You look at people who battle diseases and become victorious in getting past the deadlines and you will discover that, for many of them, it wasn't even just the medicine or the good doctors or the therapy or whatever. It was their own personal attitude, their own personal fortitude. And I found a verse of Scripture this week that I had never seen before, at least in this light. I wrote it down and I wanna give it to you. It's Proverbs 18:14 and it says this: "The spirit of a man will sustain him in his sickness". Sometimes you begin to feel sorry for yourself. We say, "Why me? Why now"? And we become absorbed in self-pity. We all go through that to some degree. But we have to get through it to the other side and say, "This is what God has allowed in my life. I'm not going to fight it. I will embrace it and together, God, you and I will go forward and make what you want out of this in my life".

Control your mind. Secondly, count your blessings. You say, "Jeremiah, you've got to be kidding? I've got cancer. You want me to count my blessings"? Well, do you know, the Bible does say, "In everything, give thanks". It doesn't say, "For everything," but it says, "In everything". So what should you be thankful for? Though we're sick we can rejoice in the prayers of our friends, in the note of a loved one, in the medical care of a conscientious nurse, in the smile of a doctor, in the verse of a hymn that comes to mind, in the grin of a grandchild. Training ourselves to spot these blessings like wildflowers in a forest is the secret to learning to count it all joy. Not only control your mind and count your blessings, but continue your work.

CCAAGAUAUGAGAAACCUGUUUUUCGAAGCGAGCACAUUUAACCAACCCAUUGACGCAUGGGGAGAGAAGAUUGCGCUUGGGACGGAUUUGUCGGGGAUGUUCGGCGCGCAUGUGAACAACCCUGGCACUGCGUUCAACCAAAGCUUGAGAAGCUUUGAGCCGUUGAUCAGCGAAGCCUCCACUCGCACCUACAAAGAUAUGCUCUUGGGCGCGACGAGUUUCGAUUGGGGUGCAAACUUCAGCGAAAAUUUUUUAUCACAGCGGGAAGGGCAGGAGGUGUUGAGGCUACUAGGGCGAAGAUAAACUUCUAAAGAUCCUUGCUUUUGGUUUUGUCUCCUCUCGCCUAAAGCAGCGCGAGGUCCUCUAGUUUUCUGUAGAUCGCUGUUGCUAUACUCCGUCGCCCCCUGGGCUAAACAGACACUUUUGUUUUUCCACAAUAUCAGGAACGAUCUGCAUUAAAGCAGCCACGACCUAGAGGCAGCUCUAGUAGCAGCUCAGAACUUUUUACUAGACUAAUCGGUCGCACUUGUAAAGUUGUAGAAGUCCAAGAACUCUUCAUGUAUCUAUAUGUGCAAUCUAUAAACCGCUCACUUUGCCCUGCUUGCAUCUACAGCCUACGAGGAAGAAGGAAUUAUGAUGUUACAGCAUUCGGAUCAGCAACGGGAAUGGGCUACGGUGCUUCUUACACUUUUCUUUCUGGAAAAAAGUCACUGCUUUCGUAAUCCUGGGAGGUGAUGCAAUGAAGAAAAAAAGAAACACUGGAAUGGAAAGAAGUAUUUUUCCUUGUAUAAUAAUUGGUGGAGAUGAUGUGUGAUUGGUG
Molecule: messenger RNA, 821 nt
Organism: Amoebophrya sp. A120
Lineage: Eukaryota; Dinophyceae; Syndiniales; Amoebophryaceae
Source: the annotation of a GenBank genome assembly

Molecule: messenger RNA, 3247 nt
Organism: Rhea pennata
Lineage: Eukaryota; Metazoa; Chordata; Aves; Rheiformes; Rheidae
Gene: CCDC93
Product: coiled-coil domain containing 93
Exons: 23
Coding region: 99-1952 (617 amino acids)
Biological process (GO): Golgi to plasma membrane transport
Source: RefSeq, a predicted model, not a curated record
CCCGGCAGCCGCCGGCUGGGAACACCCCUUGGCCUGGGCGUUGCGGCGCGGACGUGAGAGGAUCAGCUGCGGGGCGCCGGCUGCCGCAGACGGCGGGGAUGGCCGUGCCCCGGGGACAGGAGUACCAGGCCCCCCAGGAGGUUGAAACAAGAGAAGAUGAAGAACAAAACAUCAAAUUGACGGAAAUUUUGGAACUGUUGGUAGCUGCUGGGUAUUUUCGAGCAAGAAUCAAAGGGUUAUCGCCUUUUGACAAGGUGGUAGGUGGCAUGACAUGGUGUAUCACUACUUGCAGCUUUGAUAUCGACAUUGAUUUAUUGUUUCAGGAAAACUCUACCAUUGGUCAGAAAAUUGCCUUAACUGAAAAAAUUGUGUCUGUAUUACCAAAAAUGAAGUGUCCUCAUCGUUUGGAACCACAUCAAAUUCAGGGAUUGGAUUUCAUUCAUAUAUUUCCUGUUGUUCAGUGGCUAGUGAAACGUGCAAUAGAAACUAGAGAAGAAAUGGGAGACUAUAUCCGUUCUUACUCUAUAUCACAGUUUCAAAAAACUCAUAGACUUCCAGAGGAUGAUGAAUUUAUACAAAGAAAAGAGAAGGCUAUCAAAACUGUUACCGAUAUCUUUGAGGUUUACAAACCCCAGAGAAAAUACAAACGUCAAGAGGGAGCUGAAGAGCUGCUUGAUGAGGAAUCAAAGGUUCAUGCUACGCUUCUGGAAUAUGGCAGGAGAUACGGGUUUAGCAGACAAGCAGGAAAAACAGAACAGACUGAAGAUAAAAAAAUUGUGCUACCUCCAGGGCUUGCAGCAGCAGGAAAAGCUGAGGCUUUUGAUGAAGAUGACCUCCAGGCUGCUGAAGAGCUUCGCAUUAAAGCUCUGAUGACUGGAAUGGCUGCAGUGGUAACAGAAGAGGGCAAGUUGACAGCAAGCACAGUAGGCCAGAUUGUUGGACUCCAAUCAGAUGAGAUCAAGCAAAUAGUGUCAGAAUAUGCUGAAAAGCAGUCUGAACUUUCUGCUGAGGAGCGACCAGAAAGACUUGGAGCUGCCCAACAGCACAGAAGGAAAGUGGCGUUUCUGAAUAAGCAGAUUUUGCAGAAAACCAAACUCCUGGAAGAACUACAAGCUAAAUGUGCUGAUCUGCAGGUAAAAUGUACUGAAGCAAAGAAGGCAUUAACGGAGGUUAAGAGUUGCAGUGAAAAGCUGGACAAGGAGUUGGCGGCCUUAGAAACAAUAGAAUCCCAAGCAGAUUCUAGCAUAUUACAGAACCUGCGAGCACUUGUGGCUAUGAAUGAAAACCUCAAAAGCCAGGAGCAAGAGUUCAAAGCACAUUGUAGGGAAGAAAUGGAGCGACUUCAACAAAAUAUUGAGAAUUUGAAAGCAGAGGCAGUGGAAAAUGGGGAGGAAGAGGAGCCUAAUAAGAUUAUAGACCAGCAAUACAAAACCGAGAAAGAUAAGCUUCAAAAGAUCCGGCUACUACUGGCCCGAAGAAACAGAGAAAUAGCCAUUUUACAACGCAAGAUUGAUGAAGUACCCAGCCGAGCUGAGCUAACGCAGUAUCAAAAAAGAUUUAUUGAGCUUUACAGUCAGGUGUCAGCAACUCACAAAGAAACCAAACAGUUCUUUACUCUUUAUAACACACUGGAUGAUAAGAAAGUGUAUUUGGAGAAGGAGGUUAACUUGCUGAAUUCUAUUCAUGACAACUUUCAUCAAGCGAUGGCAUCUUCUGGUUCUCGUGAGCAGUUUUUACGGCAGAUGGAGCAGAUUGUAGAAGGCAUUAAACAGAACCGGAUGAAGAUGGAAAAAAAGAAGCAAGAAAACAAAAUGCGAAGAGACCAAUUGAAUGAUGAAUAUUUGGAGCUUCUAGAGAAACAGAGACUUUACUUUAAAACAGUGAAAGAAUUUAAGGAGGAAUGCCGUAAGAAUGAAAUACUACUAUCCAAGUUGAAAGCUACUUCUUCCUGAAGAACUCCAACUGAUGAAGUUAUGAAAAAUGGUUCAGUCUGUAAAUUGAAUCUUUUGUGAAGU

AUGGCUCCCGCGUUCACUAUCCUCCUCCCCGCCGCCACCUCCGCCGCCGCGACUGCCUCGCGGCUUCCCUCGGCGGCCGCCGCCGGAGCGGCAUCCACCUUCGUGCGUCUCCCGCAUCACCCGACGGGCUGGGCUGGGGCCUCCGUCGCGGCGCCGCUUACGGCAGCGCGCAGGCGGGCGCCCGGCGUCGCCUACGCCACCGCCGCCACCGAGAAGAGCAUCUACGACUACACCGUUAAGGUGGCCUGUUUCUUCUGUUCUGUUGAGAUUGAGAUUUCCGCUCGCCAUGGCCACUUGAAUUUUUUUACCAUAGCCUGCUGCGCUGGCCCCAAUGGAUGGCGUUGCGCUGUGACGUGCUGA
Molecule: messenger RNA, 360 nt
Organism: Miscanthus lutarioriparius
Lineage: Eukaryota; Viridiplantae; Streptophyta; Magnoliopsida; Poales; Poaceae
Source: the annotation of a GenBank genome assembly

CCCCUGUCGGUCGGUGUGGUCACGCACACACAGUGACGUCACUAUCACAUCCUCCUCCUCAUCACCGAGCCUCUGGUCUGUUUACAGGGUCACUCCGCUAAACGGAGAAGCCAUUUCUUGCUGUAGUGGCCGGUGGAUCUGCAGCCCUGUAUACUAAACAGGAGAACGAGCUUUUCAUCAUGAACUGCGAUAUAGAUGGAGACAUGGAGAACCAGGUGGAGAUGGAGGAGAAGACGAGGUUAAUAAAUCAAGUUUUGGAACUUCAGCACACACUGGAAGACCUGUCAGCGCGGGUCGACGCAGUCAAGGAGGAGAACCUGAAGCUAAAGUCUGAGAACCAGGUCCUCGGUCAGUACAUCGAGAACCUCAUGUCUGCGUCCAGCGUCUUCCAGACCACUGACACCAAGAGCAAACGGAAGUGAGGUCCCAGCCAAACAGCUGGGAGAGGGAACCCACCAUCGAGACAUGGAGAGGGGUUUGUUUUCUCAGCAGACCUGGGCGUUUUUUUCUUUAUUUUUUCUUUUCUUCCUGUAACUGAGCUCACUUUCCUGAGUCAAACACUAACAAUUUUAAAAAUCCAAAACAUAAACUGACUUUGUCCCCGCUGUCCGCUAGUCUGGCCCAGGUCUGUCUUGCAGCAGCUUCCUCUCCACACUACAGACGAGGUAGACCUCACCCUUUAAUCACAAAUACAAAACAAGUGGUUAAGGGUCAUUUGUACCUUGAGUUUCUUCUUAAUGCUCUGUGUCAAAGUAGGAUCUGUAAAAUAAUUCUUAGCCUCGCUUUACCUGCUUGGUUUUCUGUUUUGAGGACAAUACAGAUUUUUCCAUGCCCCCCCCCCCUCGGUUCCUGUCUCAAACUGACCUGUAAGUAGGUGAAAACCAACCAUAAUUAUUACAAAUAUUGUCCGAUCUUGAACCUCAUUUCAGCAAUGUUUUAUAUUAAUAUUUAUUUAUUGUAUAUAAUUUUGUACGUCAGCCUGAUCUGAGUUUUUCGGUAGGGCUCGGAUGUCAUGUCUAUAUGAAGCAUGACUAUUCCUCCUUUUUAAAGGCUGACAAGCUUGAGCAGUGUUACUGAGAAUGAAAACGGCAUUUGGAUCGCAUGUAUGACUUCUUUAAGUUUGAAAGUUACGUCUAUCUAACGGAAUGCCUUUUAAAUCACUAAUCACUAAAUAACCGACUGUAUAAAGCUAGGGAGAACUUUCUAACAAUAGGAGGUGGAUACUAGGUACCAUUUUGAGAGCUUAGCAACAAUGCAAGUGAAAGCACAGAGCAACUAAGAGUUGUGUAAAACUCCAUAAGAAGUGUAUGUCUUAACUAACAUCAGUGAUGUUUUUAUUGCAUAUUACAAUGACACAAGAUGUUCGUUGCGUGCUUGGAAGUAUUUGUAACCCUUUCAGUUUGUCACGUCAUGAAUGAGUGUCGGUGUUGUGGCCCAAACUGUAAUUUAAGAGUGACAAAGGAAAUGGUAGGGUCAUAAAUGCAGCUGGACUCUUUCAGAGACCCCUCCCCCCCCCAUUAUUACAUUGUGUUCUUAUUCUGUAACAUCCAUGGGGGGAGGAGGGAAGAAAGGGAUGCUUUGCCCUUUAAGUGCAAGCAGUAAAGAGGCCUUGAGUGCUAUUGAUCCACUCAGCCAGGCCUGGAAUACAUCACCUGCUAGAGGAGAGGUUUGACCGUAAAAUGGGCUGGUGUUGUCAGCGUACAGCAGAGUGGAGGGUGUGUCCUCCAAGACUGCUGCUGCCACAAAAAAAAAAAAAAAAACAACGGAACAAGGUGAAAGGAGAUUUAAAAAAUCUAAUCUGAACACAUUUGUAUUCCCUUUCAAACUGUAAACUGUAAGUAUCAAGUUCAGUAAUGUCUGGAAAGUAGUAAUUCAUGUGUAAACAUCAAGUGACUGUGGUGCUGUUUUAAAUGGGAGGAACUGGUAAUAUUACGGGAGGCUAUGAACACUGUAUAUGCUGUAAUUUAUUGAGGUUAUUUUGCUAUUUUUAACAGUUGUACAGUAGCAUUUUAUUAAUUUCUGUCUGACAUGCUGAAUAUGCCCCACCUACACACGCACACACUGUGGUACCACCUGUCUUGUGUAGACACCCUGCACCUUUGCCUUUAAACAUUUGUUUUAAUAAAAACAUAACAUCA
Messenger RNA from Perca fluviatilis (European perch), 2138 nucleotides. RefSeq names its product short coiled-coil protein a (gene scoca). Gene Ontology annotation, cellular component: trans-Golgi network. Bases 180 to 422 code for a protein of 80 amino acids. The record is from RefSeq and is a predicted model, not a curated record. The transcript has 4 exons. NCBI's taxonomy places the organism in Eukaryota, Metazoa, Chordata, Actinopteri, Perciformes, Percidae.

Ephesians tells us that "we are God's workmanship, created in Christ Jesus unto good works except when we are sick". No, that's not what it says, is it? It says: "We are his workmanship, created unto Christ Jesus unto good works". When we are ill we need to continue the work that God has given us to do. You say, "Well, how am I supposed to do that"? I was absent from the pulpit for a number of weeks. I couldn't preach. But I could still do some things that I normally did. I could read, I could research, I could write. Figure out how much of it you can do. Do as much of it as you can because work is a therapy.